Haiti: “The Republic of NGOs”

The Red Cross on Haiti. One of many aid providers. Photo: British Red Cross. FlickrRarely are non-governmental organizations (NGOs) thought of in a negative context. NGOs are rather portrayed as the perfect tool in desperate situations, where a nation’s government is neither willing nor capable of dealing with the situation themselves. In the case of Haiti however, the situation is not so clear-cut. Even before the earthquake in 2010, Haiti was known to have the largest number of NGOs per capita in the world, giving it the nickname “The Republic of NGOs”. With such a large amount of organizations active in the same area, one might wonder if it could give an opposite effect; what if all the NGOs turn into a problem, rather than benefiting the troubled country.

It is important consider the possible consequences of thousands of NGOs involvement in an unstable region such as Haiti. First and foremost, there is an uneven spread of resources. It goes without saying that the bigger NGOs require more resources in order to deliver any practical help. With so many NGOs active in the one area, it becomes difficult for foreign aid to be spread properly. Some of the NGOs that receive funds are no doubt good ones, with a proper system and strategy in place. While others intend to do good but unfortunately are simply ineffective, lacking in experience and a clear agenda.

Also, without proper communication between the NGOs (which is unfortunately often the case) there is a chance of NGOs overlapping in certain areas, while completely missing others. People might be living in the same country, in the same city even, under the same desperate conditions, yet receive various amounts of help. One area might be properly covered by multiple NGOs, while other areas fall between the cracks. As well as this, a large amount of NGOs creates a large expenses in the form of wages, travel and similar costs, and in many instances aid ends up paying for these expenses rather than ending up in the hands of people who needs it.

It seems that these problems are all present in Haiti. Billions of dollars have been sent to the country in the form of aid. Most of it never sees its way to the Haitian people or the institutions that are put in place to help the population. Instead most of the money either gets caught up in expenses by (mainly) the American government, or in the hands of large international NGOs, such as the Red Cross. Even though these funds are earmarked for the Haitians, there are no guarantees that these NGOs will spend the aid in the desired areas. This is proven by that less than only 1% in fact makes it all the way to the Haitian population. In the capital of Port-au-Prince a divide exists between the different areas in the city, inequities from one block to the other. The reason is simply that certain areas have received aid from multiple NGOs, while others have received far less attention, often leading to this sort of odd situations where the Haitians with food and proper protection against mosquitoes live a few hundred meters from inhabitants who get some tarp to cover their heads with.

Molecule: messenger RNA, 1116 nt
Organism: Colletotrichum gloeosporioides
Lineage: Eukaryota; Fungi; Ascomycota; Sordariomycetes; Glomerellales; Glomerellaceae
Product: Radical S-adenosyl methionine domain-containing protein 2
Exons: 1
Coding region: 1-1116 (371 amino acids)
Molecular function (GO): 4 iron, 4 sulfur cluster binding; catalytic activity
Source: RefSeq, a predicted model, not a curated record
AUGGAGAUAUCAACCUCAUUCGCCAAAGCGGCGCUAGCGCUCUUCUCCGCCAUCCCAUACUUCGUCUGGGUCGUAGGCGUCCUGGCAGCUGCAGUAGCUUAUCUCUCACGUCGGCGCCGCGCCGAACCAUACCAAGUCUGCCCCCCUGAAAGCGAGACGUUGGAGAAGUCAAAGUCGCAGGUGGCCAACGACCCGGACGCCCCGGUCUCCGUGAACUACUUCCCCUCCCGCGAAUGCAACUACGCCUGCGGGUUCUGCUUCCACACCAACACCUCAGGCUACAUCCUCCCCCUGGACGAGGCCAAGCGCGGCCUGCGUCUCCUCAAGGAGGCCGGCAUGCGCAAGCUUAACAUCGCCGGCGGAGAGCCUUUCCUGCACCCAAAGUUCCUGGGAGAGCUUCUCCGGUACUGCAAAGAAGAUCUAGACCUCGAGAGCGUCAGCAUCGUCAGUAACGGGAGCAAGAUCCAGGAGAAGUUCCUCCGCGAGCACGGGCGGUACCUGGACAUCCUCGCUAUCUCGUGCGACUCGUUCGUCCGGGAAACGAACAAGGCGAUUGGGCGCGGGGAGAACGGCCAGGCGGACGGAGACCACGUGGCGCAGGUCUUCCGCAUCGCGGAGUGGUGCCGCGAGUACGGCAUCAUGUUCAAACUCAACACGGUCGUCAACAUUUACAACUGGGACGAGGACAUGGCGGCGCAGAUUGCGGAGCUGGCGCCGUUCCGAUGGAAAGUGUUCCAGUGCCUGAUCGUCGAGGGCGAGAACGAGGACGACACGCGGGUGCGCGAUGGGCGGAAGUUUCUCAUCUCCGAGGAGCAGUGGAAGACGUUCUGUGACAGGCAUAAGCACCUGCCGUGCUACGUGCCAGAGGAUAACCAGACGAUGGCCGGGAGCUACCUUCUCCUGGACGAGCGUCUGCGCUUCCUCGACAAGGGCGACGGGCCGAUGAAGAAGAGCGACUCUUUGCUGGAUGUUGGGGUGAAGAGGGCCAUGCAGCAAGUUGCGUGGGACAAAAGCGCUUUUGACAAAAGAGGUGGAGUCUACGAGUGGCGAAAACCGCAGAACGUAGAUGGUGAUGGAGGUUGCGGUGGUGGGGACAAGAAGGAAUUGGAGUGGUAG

Haiti after the earthquake in 2010. Photo: UN Photo/Logan Abassi . wikimediaAdditionally, it is also important to highlight the role of the Haitian government. After all, Haiti does not have a history of stable rule, and so much foreign aid is not entrusted to the government but rather to the NGOs. This has problematic effects on the future development of the country, making it more dependent on the organizations. The ministries and institutions of the Haitian government have become greatly undermined by the NGOs, since they receive less funding. This in turn leads to greater corruption among government officials, since they start looking for money elsewhere when the wages are so low. Even among the public employees who do not turn to corruption, many Haitians end up in the hands of the NGOs instead, as they are always looking for the most educated local Haitians for their work and many times offer a better paycheck than the government.

Anna Fairbrass, a representative from Save the Children, has a more hopeful view of the future relationship between the NGOs and Haiti’s government:

More can be done to have NGOs and the government develop “accompaniment” programs which would have more and more programs conceived and implemented jointly with a gradual assumption of greater responsibilities by the government of Haiti.

In conclusion; it seems as though, good intentions aside, NGOs could prove a serious threat to the future of Haiti. It is however important to remember the important role that these organizations play in the area, and to recognize that, at least for the time being, the Haitian government is unable to handle the situation on its own. Measures needs to be taken to make the government more independent. After all, the final goal needs to be a Haiti that no longer needs its NGOs. 


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